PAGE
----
Several people, from The Economist to this blog, have been highlighting Africa's accelerated GDP growth of about 5 percent a year for the decade before the 2008-9 global economic crisis, and the two years since the crisis. But has this growth served to reduce poverty?
The latest globally consistent estimate of poverty rates has an answer: Yes.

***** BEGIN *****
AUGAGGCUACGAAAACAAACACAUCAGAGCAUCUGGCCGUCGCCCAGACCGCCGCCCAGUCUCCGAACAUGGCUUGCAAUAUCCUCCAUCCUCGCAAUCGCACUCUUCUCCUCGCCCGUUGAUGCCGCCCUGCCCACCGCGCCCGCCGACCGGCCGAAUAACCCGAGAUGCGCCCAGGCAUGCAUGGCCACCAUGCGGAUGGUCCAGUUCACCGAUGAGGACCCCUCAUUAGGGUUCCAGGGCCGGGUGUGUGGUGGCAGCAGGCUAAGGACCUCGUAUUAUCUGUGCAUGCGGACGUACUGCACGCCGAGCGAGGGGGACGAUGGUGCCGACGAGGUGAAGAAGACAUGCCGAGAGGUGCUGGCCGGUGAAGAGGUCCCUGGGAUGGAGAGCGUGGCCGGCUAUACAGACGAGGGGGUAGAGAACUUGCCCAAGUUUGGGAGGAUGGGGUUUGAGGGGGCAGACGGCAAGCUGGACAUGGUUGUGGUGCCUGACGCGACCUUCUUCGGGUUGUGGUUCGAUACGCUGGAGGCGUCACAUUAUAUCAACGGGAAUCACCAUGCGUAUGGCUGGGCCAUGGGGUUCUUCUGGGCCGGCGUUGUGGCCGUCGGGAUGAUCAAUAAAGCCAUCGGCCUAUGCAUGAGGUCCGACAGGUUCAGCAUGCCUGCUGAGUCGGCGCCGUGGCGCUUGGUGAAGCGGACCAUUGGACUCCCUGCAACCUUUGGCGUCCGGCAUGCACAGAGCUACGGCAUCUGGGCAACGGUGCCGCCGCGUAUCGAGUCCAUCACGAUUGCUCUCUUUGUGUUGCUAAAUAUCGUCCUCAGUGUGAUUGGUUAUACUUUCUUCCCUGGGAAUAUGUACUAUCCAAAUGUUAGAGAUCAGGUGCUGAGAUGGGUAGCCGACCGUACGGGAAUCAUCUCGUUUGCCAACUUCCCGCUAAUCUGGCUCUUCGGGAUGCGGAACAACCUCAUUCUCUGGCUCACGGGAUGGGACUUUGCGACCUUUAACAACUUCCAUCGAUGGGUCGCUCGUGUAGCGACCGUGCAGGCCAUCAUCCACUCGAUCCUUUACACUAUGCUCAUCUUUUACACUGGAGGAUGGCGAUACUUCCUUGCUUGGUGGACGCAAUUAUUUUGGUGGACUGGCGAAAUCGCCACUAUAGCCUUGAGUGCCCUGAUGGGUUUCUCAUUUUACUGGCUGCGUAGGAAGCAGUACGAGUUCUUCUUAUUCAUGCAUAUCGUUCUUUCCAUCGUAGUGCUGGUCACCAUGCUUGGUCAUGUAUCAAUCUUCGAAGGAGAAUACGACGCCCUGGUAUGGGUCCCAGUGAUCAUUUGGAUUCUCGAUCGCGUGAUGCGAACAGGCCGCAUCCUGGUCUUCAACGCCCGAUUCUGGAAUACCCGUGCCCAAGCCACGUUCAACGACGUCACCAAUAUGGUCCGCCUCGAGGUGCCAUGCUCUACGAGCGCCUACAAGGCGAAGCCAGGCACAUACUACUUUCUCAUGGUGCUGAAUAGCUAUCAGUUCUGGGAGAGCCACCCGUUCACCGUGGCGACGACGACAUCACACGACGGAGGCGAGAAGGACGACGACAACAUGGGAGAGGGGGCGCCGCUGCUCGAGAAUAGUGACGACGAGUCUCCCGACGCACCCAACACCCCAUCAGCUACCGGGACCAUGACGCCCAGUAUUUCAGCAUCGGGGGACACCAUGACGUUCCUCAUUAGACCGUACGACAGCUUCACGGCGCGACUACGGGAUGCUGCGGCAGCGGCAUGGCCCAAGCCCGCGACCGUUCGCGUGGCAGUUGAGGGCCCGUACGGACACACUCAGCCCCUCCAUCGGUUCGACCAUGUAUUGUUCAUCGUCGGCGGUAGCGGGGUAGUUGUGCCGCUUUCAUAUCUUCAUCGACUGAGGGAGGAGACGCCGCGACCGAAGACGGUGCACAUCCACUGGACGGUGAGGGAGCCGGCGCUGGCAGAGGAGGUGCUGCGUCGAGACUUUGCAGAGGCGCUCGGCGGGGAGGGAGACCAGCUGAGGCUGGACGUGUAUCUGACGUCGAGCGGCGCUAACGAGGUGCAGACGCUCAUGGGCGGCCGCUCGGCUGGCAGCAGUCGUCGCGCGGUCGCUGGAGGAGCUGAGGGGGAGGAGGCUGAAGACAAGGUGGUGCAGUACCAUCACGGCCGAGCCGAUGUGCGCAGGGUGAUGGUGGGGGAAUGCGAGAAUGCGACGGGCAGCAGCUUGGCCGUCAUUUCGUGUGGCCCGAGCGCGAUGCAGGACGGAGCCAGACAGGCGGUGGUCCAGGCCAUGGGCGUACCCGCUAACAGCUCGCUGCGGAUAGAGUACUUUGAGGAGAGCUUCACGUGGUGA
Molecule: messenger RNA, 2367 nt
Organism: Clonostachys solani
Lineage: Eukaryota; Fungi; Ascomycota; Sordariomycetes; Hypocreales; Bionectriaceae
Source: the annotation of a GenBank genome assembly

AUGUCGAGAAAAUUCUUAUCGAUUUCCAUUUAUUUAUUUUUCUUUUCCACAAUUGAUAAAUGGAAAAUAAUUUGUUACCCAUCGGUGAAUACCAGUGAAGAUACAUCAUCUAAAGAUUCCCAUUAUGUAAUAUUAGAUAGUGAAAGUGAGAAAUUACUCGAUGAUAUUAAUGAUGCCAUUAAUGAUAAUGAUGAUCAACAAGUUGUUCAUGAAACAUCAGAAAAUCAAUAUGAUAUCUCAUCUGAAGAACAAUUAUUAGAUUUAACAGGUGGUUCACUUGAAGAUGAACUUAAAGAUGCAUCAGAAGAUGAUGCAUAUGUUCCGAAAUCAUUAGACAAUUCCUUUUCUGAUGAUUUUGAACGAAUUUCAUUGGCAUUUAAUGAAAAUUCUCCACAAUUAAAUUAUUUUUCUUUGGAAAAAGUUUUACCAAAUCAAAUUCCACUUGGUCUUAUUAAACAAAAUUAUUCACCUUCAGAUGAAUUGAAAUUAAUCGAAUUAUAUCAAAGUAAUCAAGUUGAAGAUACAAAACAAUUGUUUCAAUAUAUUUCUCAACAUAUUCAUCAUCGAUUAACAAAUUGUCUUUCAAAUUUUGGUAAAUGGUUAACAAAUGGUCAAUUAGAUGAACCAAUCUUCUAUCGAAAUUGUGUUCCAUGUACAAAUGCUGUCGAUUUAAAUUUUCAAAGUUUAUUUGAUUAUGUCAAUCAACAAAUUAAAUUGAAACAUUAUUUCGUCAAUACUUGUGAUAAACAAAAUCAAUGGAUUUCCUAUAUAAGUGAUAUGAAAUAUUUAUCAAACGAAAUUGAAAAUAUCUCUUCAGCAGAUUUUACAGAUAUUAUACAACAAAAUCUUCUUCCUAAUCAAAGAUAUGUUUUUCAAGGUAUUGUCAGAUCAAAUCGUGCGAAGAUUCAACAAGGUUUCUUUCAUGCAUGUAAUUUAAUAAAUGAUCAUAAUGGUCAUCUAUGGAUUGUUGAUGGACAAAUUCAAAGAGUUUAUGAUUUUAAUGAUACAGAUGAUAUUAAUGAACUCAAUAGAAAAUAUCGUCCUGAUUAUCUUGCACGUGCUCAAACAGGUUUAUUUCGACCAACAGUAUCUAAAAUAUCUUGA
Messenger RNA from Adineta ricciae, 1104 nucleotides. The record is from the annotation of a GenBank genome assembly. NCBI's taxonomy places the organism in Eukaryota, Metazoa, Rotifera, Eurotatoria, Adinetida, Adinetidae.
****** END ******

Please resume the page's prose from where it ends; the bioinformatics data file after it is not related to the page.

Using the measure of people living on $1.25 a day or less, the World Bank's poverty measurement team, led by my colleague Martin Ravallion, estimates that the percentage of poor Africans fell from 58 percent in 1999 to 47.5 percent in 2008. This rate of decline of about one percentage point a year is a welcome change from the previous decade when growth was much slower and the poverty rate increased.